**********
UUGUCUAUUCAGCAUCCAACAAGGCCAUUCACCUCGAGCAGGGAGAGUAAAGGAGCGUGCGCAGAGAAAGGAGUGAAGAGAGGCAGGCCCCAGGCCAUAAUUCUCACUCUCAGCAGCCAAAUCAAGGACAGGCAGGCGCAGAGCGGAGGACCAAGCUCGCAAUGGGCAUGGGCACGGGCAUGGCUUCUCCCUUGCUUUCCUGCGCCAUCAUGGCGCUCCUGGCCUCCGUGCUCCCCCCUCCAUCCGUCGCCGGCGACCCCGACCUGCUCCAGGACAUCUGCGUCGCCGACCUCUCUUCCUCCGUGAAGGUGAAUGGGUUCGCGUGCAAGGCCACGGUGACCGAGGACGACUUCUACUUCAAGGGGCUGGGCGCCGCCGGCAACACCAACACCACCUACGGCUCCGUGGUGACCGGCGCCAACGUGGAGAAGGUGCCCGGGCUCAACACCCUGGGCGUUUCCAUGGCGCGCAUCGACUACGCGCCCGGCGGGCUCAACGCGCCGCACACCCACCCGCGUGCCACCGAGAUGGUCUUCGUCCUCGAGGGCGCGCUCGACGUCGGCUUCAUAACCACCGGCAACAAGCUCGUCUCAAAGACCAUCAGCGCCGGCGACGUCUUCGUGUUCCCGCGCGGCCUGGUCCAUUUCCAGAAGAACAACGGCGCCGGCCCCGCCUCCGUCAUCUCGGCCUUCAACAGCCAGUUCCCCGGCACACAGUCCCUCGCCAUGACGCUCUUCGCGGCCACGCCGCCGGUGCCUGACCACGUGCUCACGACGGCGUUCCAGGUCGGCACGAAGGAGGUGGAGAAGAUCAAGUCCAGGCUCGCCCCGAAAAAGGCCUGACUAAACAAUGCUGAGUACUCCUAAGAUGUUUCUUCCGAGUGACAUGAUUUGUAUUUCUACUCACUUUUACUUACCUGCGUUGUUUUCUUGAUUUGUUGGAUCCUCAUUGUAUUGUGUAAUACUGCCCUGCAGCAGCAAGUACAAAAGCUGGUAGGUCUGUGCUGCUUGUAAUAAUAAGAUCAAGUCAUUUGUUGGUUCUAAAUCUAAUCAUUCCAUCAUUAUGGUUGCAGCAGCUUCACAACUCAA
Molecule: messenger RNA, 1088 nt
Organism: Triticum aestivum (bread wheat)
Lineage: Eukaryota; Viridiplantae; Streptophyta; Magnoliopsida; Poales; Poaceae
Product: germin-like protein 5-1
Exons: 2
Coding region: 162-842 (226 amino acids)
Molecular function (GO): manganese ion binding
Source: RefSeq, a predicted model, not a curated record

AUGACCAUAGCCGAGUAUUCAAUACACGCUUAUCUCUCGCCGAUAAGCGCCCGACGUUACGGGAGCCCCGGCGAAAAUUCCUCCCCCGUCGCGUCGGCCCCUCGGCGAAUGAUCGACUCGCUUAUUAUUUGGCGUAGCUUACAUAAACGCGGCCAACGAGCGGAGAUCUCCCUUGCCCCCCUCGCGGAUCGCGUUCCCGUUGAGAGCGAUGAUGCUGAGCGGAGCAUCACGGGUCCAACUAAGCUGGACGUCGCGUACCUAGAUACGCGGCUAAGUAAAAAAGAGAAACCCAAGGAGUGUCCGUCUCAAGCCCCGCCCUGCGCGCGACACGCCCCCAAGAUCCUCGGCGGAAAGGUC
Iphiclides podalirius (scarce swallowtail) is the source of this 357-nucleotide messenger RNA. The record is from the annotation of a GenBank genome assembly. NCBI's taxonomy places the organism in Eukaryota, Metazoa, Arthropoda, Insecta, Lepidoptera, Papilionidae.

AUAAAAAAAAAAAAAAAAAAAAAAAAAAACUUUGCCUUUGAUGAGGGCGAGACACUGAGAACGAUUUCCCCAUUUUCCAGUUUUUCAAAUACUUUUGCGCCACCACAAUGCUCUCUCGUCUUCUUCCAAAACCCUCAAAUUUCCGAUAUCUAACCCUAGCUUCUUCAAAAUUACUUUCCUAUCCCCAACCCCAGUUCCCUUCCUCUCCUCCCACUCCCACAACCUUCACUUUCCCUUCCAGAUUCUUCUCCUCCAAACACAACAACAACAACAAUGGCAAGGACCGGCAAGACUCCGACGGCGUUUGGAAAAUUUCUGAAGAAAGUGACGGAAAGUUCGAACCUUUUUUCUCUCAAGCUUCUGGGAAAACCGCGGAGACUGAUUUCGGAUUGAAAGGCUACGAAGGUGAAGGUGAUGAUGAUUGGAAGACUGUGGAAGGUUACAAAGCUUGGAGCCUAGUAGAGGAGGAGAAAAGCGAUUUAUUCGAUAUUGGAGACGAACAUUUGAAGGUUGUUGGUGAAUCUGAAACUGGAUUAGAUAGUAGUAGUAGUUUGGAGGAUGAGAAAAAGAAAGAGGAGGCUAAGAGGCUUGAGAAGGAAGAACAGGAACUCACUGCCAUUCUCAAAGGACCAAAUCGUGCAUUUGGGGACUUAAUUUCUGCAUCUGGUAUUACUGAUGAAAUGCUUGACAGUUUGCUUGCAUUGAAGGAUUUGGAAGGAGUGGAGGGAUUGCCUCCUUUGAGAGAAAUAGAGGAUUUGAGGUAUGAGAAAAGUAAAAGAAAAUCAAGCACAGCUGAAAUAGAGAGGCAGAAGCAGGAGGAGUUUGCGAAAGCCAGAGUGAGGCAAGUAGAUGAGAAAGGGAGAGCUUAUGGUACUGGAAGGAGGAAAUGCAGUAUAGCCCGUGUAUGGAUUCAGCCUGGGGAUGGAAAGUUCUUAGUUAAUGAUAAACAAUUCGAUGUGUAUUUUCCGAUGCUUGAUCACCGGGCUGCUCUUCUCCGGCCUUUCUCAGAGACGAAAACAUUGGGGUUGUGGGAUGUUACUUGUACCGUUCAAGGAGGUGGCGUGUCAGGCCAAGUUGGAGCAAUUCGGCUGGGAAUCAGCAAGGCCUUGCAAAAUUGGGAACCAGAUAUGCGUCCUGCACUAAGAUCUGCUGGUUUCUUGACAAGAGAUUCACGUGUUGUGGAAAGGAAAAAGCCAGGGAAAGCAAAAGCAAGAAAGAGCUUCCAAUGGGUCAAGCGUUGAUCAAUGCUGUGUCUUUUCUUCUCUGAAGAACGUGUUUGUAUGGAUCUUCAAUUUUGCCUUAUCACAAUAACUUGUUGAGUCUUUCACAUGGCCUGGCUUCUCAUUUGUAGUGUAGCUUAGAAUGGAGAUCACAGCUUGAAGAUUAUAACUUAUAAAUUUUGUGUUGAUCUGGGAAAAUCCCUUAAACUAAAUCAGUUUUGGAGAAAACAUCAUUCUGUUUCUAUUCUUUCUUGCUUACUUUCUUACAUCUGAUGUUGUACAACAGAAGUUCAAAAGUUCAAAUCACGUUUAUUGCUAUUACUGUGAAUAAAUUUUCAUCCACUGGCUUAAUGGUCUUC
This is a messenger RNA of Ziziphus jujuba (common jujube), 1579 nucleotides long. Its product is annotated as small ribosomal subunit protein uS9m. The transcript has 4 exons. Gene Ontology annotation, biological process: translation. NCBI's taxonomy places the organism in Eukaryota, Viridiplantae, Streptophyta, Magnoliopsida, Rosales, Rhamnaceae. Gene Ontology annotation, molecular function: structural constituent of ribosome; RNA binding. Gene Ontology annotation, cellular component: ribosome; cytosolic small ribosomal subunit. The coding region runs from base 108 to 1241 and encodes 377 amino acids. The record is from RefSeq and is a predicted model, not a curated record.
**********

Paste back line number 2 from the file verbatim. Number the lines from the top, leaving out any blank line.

Molecule: messenger RNA, 1088 nt